Covering the entire centre of the taiga area is the Central Siberian Plateau, an elevated area with a slightly cooler (!) climate. South western areas of Siberia have slightly milder summers and winters due the effects of the distant Atlantic Ocean. The Ural Mountains block the majority of the warm Jet Stream, originating in the Atlanticâs Gulf Stream, which is why Russia is so much colder than the rest of Europe at similar latitudes; but the mountains tail off in the south letting the Jet Stream through. Coastal regions on the Sea of Othosk have a much more moderate, maritime climate.
West Central Russia
West central Russia, and the southernmost region of eastern Russia, receives a continental climate with all four seasons and a smaller of temperatures from summer to winter. This region has the most pleasant climate, suitable for agriculture, and includes countryâs biggest cities: Moscow and St. Petersburg. Annual rainfall is around 700 mm with only slight variations in rainfall from month to month, summer being the wettest season. Winters are still very long and cold, and summers are still warm and short, but it is incredibly mild in comparison to the taiga regions to the north and east. This is one of the most populated regions of Russia; even here, with its âmildâ climate, the winters are so severe that the rivers freeze and people are forced to rely largely on rail services as driving conditions become too dangerous; even in the south of this region the moderate layer of snow lasts for three months. The short summers last from June till August; the shorter autumns fall in September and October; winters drag from November till mid March; springs last from mid March through May.
Again, this concerns a very large area and there are many regional variations. Typically, interior, easterly regions receive greater extremes of temperature. The mildest climate in Russia can be found on the Baltic coast where St. Petersburg is located. St. Petersburg reaches its highest average high temperature in July at a pleasant 23Â°C, and its lowest low average in February at -7Â°C. Moscow, inland to the southeast, sees an average high of 25Â°C in July and an average low of -10Â°C in February. Areas west of the Urals typically see higher temperatures and precipitation.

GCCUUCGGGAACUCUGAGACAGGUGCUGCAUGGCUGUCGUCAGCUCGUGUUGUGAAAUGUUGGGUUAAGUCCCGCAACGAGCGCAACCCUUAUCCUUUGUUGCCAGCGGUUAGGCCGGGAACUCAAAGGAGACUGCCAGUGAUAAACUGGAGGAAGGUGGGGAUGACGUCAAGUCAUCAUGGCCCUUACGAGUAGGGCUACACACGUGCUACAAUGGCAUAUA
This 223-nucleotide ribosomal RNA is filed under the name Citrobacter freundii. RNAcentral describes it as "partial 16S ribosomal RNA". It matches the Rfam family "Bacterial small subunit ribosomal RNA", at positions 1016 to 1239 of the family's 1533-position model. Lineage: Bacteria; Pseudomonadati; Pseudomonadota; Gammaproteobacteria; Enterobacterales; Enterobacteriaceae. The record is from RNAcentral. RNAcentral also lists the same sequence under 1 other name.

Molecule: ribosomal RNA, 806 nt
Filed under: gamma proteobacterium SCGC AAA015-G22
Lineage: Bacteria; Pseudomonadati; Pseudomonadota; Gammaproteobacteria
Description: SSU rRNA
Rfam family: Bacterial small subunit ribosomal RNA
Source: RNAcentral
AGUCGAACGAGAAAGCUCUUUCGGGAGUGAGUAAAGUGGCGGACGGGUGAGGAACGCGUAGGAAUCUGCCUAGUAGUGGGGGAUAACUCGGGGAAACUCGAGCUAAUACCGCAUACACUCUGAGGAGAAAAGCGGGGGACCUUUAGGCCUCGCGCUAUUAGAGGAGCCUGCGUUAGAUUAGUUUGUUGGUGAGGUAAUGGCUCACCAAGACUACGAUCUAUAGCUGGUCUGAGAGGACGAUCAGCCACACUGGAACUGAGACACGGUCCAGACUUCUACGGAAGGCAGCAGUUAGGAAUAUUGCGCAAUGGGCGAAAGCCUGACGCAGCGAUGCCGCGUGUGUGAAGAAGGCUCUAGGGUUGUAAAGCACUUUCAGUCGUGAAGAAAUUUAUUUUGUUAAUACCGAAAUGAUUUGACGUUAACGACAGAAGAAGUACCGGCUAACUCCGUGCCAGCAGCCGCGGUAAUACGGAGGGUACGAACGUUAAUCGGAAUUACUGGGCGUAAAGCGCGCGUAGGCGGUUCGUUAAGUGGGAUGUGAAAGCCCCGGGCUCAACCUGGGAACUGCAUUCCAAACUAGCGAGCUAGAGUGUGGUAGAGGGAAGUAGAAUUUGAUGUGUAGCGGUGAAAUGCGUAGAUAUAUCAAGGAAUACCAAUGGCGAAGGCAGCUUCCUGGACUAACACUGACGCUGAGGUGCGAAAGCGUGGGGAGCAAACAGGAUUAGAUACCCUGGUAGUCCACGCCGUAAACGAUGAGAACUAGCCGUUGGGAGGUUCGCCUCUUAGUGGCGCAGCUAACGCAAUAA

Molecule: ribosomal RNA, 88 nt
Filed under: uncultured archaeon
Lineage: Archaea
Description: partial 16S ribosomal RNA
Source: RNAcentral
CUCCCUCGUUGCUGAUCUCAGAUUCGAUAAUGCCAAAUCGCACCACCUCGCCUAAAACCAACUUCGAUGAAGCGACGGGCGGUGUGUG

Southern Russia is a transition zone between the humid continental climate of the regions to the north and the desert climates of the countries to its south, classified as a steppe climate. It also has a large central area of desert surrounding the Aral Sea, and a humid sub-tropical zone around the Black Sea. The desert area is typically very arid with huge differences in temperature from day till night. Summers see ridiculously high day time temperatures in the 40s with nights in the mid 20s. Winters have cooler days around the mid 20s and at night time it can get down to freezing. The remaining steppe area is highly populated. Though it is a flat, arid land, with very erratic rainfall, the soil is very fertile and agriculture does its best to work with its minimal water. Yet again, summers and winters are extreme, with peak highs and lows creating a range of 40Â°C to -40Â°C.
This sub-tropical area is becoming increasingly important to Russiaâs tourism industry. Sochi, sitting on Russiaâs southern Black Sea coast, sees moderate levels of rainfall, around 1600 mm falling throughout the year, at its heaviest in winter; long hot summers with temperatures of 20Â°C or above from May till October; and mild winters from December till February, with average highs hovering around 10Â°C and lows usually staying above freezing. This climate arises due to the protection of the Caucasus Mountains and the moderating effects of the warm Black Sea. The Black Sea is connected to the Atlantic Ocean, but, being mainly surrounded by land, is warmer than the vast Ocean.